Thank you for treating us to the retelling of your life as a theologically astute "wunderkind". That wasn't at all use a term implied by the end of your comment.

I mean if you were so astute as a 12 year, old then the rest of us must be quite behind you in intellectual fortitude.

You wrote:

For example, Ehrman harps on the enormous differences between the Jesus of John and the Jesus of the synoptics. He's right about that, but *no one* should need E to point that out. Most of the things E talks about are out in the open. They are visible to everyone except those who have their eyes wide shut.

This is simply unfair. It wasn't until just this past year that I realized that Gospel of John makes no mention of any demons or exorcisms. Even after the last several years of my exposure to serious biblical criticism, not apologetically-driven criticism, I still hadn't "seen" that....even though it was right there in the wide open.

After the history you provided in your last comment, I can see why you are so perplexed. You have no insight or sympathy for the fundamentalist/evangelical/modernist/rationalist zeitgeist. You simply don't get it, and with your background, I don't know if you ever will.

Because you don't get it, you make too many assumptions and judgements about people like myself, or Joseph, or any other person from that particular tribe.

We didn't see these things that were in the "wide open" because every Sunday sermon, every religious broadcast, every Christian song, every Christian magazine article, every informal small group, or Bible study was built upon the presupposition that everything in The Bible was the inspired, infallible, inerrant Word of God Himself. That was a given. We were taught to look at individual epistles or gospels or prophets....because it was known that "the whole Bible is about Jesus...from Genesis to Revelation"(to use a common trope). It didn't matter that text A might disagree with text B because we were taught to look at the different texts as continuing chapters of one book with one author--God--not separate works from authors who probably would disagree with each other, or at the very least had far different points of views and agendas.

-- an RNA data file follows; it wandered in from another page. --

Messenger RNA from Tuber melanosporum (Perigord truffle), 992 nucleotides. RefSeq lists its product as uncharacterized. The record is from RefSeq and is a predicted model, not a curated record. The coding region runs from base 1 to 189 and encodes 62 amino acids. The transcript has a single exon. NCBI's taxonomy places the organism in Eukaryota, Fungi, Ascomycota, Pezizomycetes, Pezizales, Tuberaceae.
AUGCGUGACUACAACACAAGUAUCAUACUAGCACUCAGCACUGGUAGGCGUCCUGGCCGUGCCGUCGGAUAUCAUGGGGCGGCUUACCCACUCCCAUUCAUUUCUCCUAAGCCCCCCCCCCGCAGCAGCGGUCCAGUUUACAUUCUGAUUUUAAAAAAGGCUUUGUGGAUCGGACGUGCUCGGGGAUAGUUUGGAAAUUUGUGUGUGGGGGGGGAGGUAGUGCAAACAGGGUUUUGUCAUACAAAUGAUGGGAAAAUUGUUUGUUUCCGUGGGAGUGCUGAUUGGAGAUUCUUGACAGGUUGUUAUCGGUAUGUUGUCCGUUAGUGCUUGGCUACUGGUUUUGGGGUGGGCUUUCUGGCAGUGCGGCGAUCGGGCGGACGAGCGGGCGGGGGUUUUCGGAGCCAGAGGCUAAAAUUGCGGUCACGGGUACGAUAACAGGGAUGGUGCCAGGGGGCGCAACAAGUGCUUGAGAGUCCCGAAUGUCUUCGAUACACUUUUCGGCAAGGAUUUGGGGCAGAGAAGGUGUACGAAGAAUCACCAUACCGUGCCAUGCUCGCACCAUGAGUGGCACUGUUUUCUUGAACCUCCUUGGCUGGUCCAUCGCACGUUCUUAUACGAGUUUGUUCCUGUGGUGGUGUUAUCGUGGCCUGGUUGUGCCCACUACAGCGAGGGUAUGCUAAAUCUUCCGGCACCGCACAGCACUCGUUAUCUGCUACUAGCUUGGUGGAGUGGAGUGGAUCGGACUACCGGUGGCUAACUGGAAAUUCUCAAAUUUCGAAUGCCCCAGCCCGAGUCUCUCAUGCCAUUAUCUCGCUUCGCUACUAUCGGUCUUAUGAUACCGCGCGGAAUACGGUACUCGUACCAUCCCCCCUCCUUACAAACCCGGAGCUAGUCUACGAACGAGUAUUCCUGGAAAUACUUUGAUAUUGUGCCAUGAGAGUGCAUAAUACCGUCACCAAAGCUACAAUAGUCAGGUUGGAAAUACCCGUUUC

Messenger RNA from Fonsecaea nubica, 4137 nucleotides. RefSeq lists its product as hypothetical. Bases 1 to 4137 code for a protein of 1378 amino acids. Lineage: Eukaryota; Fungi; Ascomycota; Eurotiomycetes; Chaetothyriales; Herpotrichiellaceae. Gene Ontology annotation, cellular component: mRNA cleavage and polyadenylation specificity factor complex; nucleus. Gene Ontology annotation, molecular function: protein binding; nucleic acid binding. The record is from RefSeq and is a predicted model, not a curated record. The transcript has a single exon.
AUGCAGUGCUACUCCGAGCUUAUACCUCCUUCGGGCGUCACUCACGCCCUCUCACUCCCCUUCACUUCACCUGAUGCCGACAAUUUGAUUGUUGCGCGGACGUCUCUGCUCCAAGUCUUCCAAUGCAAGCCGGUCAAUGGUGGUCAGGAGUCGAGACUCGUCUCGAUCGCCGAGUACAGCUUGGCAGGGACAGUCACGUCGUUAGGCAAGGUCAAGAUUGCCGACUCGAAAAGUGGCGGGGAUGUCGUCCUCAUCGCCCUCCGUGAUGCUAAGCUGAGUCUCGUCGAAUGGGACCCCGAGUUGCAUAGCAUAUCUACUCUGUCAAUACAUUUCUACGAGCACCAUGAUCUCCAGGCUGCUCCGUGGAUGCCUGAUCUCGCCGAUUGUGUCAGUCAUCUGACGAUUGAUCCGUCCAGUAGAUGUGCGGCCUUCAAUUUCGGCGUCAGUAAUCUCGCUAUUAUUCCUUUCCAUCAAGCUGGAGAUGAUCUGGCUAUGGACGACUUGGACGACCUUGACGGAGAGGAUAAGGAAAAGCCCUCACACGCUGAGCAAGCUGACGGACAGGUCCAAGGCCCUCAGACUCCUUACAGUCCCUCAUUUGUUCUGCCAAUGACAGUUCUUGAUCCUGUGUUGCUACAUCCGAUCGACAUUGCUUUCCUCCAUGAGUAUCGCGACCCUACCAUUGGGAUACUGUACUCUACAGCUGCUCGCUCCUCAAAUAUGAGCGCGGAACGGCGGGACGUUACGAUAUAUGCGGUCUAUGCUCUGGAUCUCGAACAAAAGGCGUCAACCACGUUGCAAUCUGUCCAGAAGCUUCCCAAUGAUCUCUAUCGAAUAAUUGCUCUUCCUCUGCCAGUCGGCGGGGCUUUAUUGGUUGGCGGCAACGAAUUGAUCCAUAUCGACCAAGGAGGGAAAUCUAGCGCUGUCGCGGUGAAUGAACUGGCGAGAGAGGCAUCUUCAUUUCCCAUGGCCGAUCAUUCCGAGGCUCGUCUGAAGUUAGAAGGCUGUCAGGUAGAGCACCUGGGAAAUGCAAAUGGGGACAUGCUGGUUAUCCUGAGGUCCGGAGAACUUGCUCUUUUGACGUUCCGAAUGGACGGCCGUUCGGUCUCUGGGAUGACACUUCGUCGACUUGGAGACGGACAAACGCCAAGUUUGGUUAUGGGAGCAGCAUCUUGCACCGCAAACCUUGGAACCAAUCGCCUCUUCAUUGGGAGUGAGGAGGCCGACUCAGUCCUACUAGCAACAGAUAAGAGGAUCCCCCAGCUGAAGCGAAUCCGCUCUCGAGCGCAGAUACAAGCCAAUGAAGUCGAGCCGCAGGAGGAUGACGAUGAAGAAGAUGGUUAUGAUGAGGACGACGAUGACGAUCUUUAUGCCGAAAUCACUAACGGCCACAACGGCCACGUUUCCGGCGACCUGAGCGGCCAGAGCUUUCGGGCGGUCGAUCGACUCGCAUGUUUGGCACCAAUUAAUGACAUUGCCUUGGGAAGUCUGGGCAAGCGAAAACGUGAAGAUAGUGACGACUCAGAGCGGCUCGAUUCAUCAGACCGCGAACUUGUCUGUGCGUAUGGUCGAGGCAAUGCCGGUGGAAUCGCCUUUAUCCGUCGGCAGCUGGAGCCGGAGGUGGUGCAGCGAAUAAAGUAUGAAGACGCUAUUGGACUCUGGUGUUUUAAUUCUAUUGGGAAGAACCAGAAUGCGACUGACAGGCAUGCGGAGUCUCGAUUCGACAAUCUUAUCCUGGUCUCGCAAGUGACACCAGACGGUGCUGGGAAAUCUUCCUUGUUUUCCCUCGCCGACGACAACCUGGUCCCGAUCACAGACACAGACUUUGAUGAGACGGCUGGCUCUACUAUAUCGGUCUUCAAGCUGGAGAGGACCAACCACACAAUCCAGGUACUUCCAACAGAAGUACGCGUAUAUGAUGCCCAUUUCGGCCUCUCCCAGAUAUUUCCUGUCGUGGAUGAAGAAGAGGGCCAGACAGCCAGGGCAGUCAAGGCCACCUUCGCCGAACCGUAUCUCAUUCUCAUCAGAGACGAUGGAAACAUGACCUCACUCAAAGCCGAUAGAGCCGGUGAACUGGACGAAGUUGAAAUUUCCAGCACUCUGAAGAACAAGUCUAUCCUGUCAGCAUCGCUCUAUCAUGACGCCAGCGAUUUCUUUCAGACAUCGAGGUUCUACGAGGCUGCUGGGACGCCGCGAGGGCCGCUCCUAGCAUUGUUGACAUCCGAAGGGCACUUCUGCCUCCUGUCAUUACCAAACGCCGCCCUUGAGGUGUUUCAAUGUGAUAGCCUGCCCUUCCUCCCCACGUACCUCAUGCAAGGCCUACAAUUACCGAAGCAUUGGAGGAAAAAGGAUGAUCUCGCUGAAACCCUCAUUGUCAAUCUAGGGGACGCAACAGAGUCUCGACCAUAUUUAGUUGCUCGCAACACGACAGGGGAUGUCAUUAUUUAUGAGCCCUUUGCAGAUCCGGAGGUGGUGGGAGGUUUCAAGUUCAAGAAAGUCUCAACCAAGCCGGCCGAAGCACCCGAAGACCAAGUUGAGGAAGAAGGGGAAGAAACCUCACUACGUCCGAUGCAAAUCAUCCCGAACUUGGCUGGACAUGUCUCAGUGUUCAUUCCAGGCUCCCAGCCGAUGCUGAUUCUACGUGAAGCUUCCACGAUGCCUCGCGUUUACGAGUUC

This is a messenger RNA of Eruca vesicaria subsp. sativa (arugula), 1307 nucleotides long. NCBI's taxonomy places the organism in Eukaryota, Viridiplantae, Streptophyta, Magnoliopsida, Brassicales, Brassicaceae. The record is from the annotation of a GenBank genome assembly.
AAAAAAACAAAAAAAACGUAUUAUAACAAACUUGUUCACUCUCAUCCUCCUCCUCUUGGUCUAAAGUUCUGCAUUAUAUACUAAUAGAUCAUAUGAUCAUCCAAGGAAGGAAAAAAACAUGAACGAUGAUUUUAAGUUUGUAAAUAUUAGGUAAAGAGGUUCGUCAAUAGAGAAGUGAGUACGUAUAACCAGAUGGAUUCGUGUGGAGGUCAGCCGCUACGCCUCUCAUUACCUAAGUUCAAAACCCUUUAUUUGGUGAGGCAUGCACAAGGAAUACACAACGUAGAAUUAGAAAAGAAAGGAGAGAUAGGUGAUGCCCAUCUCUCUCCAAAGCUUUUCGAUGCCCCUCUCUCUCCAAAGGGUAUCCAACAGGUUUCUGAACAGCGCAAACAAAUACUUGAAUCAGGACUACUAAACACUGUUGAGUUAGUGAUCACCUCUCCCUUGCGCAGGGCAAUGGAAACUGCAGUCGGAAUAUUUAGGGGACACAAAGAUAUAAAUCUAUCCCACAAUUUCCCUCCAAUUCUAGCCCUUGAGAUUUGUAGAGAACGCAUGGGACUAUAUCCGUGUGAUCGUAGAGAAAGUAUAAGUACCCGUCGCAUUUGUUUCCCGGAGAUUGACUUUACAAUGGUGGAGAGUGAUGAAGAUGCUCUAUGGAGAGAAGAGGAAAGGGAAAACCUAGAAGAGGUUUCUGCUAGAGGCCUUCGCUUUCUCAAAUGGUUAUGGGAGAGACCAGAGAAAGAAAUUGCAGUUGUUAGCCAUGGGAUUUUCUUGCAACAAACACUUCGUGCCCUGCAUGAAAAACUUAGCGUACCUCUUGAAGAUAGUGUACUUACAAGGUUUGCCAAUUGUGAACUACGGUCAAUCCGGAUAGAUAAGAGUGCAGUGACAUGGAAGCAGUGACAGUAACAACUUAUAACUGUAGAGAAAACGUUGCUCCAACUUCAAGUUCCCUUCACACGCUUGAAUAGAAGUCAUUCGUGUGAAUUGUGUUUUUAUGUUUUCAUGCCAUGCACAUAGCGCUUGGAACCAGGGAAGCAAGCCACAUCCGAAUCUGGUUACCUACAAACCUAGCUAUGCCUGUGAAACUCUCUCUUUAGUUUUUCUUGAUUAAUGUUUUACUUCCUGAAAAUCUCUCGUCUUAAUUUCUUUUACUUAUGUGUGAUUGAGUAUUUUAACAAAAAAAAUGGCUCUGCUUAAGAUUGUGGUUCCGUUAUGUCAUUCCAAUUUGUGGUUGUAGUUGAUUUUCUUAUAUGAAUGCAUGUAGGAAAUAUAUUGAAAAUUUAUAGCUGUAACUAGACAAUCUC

When you believe in the unified whole and base all of your life's decisions, all the ways you choose to think, and all of your religious experiences upon it, and then discover that there is no such thing....well that is mind-blowing.

******I started this comment, got called away from my computer and saw that Mike had replied in the meantime. He does a good job of articulating part of what I am talking about. And he said it a little less hysterically too! ;-)********


We were taught to look at individual epistles or gospels or prophets should read...We were not taught to look at individual epistles, or gospels, or prophets.



I for one am not in favor of teaching scripture from a polychrome Bible with each source given a color. It's a lot of fun, I admit; it can be a helpful exercise in the context of graduate study.

But if you want to be fully modern and fully ancient at the same time as it were, if you want to read ancient texts from a modern perspective but without forcing those texts into a modern straight-jacket, reading about JEDP will be of a little help, exploring the differences between the four Gospels of a bit more help, but I think there are far better more effective approaches. If you are interested in what the Bible is actually trying to communicate, try John Goldingay's Old Testament Theology and Leonhard Goppelt's New Testament Theology (just examples). Both of these scholars know the critical theories inside and out and subscribe to some version of them, and then go on to give a trust-filled reading of all the texts.

If this is about deciding whether to trust or not to trust 1 Timothy based on whether Paul or a disciple of Paul wrote it, we are back to square one.

Many rabbis preach from the Torah knowing full well that Moses is the author of Torah in the sense I refer to in the post I linked to; many pastors and priests preach from 1 Timothy with similar knowledge. Yet they do so and respect the truth-claims of the texts at the same time.